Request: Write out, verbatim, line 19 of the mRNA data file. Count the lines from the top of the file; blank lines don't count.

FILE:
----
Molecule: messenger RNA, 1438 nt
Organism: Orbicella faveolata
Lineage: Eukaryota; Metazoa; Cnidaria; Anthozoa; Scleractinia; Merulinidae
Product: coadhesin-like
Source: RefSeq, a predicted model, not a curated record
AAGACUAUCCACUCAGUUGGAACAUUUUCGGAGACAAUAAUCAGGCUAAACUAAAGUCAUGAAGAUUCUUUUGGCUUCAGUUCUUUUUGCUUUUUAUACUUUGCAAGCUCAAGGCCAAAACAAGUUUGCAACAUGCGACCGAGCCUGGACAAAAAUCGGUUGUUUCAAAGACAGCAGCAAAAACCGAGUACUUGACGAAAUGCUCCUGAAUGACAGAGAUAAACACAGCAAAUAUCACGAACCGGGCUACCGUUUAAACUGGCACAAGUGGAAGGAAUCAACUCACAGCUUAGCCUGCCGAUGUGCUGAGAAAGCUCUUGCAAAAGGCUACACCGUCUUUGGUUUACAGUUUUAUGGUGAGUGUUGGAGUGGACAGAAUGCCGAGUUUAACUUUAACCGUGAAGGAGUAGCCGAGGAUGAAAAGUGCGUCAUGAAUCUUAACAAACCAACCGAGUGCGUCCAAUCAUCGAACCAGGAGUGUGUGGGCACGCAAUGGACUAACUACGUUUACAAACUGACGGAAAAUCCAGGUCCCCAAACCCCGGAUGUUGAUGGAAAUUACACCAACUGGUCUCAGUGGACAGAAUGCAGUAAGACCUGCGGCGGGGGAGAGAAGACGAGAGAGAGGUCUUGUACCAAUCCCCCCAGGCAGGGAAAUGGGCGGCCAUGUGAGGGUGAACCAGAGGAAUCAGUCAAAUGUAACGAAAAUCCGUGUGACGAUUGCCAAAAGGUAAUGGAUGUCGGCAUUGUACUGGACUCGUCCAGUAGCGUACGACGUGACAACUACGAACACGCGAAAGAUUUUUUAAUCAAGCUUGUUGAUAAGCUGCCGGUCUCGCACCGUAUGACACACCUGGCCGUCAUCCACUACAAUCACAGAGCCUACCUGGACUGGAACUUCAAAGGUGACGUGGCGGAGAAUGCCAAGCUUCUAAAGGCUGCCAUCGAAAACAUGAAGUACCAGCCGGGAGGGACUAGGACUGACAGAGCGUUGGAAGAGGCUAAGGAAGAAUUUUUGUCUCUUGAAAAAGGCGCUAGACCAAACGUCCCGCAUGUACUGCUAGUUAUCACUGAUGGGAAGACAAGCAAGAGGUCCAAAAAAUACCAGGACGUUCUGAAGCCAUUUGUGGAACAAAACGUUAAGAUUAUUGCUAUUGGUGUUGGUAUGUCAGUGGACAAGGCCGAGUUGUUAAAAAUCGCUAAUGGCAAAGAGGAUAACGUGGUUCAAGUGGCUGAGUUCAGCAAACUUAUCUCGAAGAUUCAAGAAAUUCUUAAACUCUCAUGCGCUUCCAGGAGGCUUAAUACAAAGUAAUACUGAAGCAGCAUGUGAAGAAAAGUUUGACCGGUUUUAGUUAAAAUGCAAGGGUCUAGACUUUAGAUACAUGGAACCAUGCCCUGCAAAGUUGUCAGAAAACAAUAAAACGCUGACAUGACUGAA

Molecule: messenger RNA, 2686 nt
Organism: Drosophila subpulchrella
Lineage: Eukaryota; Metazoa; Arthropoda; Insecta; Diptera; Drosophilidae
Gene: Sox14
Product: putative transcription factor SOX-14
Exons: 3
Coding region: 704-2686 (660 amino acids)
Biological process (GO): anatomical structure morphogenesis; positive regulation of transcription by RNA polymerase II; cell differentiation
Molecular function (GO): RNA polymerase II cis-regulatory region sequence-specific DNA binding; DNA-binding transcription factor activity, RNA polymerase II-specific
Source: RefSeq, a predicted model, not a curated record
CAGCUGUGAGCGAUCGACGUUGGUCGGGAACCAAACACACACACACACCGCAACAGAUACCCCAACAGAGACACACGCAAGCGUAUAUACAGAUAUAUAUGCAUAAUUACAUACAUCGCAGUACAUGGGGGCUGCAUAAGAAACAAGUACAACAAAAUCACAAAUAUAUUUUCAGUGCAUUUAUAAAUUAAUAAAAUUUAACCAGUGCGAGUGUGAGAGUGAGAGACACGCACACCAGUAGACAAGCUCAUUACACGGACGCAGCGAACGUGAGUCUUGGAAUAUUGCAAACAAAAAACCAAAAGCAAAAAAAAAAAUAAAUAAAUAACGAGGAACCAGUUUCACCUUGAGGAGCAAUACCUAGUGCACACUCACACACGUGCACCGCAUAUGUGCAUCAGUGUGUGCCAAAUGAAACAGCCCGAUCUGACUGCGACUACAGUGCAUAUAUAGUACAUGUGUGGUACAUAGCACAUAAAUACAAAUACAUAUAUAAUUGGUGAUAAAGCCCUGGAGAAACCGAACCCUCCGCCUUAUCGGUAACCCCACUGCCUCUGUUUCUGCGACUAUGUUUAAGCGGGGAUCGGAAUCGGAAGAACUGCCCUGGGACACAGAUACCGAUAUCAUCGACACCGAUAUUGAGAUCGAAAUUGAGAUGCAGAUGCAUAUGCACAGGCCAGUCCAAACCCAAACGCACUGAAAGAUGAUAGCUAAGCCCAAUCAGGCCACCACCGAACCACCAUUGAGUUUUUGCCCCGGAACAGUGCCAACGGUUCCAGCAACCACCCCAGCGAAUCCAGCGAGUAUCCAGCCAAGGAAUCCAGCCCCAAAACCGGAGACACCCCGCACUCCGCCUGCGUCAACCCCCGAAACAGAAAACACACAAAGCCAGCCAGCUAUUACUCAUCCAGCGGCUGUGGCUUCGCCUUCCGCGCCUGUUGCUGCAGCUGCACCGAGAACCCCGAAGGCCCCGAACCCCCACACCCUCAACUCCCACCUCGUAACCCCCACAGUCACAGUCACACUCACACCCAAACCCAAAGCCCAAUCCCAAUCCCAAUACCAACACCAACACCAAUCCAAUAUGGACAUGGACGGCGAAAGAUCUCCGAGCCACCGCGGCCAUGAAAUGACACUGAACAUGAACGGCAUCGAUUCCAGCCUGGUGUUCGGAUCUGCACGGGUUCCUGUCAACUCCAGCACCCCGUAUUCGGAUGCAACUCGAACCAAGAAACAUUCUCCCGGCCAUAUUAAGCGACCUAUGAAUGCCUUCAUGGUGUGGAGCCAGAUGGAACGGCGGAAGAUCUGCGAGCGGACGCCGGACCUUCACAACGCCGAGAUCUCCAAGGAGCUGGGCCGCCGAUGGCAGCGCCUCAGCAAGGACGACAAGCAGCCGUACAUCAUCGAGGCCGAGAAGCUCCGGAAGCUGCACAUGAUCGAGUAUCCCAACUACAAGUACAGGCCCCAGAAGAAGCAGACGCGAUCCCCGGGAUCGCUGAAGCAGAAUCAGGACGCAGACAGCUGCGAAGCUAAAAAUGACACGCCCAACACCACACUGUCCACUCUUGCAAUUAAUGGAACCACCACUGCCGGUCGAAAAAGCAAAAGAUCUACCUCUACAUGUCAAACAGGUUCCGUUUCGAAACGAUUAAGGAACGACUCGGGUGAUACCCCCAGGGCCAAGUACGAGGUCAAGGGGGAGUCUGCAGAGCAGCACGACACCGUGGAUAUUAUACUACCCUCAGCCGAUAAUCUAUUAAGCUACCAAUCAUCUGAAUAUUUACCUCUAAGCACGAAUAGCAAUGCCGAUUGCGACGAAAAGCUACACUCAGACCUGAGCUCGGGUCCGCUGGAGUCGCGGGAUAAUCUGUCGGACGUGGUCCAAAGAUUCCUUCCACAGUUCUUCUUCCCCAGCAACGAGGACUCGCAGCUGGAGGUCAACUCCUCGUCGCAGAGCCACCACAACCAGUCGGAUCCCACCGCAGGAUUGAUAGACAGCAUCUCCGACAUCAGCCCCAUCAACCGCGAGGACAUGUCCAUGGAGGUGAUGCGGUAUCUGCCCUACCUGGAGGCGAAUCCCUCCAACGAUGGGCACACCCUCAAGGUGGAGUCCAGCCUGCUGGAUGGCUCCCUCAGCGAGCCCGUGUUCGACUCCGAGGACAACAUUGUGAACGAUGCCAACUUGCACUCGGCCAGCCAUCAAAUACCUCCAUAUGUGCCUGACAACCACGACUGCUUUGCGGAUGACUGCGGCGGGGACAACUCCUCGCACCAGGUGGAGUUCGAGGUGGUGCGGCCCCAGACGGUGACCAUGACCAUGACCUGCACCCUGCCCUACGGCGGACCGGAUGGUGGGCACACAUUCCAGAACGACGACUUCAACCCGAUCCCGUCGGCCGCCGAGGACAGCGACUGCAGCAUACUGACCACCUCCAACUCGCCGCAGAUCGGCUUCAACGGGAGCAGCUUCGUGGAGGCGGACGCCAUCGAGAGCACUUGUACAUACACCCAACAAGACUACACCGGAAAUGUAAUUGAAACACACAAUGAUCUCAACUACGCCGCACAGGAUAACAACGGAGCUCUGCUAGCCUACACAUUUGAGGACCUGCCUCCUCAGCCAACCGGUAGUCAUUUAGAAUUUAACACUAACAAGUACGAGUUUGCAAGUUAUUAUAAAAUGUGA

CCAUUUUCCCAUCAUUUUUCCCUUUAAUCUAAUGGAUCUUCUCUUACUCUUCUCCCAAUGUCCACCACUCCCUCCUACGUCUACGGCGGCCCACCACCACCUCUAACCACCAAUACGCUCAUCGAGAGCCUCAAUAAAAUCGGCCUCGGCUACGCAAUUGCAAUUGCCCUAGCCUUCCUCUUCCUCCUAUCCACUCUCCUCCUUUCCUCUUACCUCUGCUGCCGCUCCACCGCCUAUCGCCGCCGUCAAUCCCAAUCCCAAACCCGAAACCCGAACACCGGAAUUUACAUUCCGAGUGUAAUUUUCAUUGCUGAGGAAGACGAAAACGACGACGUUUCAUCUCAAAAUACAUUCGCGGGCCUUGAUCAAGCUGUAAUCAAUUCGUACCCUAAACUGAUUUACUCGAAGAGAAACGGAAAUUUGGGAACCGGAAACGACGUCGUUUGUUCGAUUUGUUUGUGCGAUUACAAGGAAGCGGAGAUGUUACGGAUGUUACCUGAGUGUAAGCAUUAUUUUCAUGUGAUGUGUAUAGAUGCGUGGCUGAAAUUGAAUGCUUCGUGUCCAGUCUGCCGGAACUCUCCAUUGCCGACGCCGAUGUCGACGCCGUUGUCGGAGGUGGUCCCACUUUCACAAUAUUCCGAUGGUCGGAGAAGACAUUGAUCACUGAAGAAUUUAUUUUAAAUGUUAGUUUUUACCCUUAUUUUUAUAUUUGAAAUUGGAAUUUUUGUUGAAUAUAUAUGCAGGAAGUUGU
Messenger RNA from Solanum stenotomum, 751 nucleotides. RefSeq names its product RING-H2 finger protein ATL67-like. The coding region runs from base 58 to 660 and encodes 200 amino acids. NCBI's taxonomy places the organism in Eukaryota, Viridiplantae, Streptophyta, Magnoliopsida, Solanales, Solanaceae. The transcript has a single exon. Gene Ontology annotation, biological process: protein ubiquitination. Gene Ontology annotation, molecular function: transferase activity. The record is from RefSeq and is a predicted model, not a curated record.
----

Messenger RNA from Solanum stenotomum, 751 nucleotides. RefSeq names its product RING-H2 finger protein ATL67-like. The coding region runs from base 58 to 660 and encodes 200 amino acids. NCBI's taxonomy places the organism in Eukaryota, Viridiplantae, Streptophyta, Magnoliopsida, Solanales, Solanaceae. The transcript has a single exon. Gene Ontology annotation, biological process: protein ubiquitination. Gene Ontology annotation, molecular function: transferase activity. The record is from RefSeq and is a predicted model, not a curated record.